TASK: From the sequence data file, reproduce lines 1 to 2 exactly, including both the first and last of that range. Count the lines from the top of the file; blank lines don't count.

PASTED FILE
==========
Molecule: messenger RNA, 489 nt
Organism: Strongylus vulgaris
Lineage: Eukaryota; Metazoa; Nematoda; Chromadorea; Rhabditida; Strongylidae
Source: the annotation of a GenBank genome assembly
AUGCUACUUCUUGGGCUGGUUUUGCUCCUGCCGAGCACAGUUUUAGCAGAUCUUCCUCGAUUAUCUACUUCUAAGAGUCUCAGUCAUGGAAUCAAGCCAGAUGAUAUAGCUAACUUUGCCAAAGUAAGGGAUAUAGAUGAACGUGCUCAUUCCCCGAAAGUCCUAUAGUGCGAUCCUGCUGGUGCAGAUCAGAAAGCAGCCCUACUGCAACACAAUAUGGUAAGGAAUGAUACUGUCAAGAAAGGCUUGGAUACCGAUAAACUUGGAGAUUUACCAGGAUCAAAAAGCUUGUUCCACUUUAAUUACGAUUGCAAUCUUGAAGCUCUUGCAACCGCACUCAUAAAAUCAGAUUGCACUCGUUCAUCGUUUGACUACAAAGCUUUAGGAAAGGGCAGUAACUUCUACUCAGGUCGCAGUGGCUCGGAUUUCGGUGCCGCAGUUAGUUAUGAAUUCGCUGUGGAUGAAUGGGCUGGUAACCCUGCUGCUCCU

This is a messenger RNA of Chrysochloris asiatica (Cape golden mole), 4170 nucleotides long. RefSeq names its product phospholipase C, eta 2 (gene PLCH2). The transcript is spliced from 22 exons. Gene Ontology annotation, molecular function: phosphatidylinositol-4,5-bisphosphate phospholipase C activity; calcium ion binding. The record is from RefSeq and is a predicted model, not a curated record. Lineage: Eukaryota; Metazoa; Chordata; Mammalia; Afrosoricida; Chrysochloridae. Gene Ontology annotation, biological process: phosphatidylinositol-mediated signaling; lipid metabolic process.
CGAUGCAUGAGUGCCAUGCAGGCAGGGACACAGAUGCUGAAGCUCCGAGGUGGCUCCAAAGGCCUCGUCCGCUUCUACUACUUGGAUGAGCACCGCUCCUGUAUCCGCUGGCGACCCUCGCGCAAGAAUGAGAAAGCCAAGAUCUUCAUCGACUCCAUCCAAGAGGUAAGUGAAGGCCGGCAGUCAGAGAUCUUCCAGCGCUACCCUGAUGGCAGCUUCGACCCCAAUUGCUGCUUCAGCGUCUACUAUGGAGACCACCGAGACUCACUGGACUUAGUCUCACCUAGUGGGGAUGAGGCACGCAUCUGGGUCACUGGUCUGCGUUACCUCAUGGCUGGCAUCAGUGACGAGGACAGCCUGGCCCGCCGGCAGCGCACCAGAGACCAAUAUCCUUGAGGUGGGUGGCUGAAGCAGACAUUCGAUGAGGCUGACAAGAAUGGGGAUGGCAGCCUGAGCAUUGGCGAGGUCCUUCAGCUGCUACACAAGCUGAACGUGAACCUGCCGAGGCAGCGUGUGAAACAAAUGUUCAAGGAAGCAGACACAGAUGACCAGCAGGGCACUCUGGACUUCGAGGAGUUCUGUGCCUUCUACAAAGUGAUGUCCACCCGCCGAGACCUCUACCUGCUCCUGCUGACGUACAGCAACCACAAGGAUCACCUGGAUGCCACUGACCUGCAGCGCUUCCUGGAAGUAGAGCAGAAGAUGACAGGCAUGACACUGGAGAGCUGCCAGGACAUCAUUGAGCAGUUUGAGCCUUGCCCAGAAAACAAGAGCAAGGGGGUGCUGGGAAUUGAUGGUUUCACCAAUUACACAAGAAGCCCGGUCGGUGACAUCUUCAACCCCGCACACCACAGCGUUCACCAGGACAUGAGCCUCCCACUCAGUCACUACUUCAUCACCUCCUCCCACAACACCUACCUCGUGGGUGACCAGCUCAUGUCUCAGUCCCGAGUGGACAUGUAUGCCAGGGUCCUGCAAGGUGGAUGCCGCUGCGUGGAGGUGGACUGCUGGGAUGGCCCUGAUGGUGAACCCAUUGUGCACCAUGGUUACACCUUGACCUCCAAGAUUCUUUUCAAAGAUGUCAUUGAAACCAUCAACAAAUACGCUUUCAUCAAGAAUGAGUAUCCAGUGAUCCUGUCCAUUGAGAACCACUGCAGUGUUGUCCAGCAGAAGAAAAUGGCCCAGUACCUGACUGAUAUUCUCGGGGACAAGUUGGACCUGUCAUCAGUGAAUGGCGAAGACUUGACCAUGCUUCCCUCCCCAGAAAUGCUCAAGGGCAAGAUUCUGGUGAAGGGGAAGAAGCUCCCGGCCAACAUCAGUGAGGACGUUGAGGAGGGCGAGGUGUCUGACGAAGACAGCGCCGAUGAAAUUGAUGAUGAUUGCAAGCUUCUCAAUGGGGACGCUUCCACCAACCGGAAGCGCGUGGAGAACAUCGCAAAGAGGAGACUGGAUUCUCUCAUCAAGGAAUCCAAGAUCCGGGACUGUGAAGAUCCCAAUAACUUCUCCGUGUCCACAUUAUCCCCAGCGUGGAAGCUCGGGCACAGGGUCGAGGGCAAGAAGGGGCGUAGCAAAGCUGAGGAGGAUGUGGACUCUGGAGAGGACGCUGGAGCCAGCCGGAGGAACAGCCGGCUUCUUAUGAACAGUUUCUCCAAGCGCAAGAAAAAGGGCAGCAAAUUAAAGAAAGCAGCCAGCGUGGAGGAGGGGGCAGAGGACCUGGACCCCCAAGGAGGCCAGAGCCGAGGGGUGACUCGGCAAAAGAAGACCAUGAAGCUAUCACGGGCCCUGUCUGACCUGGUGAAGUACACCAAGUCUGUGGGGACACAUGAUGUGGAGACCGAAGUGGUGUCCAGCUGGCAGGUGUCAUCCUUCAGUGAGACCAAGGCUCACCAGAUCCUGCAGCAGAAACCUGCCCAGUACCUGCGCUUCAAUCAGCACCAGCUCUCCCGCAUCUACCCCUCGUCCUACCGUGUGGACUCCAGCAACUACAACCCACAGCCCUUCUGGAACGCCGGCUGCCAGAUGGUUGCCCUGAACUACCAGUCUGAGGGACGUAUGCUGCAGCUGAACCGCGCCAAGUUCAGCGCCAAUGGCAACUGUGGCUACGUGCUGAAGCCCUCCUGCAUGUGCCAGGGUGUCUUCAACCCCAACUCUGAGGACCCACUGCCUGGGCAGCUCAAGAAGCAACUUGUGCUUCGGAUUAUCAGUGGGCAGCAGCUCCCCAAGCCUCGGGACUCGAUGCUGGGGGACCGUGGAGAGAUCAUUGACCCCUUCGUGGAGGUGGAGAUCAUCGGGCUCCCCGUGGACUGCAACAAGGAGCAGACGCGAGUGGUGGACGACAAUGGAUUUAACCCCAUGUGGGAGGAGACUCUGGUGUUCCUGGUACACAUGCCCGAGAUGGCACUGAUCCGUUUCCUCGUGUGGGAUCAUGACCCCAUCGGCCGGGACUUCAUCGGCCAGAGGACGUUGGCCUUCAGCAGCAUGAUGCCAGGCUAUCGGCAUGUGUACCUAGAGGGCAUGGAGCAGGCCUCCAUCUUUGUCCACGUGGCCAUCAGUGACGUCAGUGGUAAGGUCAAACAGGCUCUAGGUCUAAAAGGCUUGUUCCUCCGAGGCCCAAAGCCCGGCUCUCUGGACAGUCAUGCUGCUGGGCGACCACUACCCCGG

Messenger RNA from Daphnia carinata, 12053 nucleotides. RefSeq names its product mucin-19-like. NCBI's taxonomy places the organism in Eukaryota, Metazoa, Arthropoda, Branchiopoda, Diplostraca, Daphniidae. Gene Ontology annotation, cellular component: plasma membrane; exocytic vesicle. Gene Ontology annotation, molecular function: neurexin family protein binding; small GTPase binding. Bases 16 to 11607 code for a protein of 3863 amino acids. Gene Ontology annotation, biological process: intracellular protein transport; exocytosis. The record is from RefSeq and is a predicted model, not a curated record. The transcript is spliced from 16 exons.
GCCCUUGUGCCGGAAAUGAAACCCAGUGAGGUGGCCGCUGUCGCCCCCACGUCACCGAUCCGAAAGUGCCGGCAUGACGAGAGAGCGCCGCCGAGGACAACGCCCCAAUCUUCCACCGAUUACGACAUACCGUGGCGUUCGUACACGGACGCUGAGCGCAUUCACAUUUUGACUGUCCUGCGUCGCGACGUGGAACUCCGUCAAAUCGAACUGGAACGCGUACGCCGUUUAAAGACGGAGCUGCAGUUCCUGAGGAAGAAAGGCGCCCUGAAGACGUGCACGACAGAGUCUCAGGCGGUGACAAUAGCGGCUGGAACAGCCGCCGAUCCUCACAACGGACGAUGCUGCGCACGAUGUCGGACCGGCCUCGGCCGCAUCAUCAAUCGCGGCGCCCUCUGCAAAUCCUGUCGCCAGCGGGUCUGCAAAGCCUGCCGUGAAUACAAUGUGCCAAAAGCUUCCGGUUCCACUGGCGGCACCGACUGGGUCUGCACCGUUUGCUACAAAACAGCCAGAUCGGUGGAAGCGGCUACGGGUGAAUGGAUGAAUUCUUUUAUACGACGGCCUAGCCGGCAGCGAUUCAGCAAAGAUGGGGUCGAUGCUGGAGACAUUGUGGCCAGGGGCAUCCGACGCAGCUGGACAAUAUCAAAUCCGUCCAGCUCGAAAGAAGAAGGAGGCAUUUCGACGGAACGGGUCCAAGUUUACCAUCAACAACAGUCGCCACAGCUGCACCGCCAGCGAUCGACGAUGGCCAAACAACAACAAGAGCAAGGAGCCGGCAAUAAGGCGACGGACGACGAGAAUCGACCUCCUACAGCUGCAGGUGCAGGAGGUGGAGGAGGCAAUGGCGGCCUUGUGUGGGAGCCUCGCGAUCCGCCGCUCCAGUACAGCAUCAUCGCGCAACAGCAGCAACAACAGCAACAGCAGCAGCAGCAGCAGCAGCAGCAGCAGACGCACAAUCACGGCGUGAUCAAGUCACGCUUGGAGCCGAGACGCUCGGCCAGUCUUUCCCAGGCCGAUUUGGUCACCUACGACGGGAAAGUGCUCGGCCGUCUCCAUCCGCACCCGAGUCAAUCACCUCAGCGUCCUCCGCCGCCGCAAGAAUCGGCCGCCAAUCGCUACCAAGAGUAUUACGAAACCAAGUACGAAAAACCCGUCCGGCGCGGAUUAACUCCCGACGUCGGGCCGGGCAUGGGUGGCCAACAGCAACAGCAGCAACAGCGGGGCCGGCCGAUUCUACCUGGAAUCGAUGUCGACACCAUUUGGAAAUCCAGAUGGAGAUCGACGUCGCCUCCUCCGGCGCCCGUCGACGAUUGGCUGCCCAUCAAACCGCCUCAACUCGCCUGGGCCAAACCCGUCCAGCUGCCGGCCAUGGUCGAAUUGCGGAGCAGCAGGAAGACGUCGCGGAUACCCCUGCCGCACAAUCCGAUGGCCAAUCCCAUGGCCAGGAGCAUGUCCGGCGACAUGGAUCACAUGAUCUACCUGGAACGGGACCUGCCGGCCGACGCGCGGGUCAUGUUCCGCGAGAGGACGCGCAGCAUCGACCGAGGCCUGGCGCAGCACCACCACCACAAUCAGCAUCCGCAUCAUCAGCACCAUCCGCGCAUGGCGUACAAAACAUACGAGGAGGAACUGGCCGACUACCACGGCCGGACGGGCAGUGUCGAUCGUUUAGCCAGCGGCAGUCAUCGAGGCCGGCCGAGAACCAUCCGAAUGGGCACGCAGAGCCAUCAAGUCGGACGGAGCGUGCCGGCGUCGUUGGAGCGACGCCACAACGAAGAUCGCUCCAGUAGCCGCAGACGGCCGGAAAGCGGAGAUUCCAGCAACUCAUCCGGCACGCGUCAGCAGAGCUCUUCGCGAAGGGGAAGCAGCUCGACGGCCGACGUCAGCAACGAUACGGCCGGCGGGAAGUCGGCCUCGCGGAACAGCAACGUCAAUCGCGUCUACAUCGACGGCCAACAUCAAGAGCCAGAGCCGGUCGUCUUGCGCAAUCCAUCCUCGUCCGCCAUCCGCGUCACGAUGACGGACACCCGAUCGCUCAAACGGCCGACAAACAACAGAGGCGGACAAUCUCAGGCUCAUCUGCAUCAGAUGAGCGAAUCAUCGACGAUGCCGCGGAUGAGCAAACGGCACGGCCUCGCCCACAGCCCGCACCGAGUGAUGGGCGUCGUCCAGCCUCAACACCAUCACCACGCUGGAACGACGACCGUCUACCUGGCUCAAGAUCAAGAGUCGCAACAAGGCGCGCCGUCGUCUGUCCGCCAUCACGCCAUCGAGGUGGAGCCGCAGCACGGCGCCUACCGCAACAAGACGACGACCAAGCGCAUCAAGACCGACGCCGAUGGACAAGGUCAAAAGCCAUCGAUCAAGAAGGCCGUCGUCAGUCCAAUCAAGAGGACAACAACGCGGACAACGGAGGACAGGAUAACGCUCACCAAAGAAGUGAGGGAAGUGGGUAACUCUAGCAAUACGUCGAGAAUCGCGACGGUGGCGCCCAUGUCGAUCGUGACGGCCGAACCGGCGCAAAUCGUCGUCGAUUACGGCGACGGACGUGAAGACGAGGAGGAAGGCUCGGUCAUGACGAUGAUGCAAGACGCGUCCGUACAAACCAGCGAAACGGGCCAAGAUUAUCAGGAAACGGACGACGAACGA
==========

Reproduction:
Molecule: messenger RNA, 489 nt
Organism: Strongylus vulgaris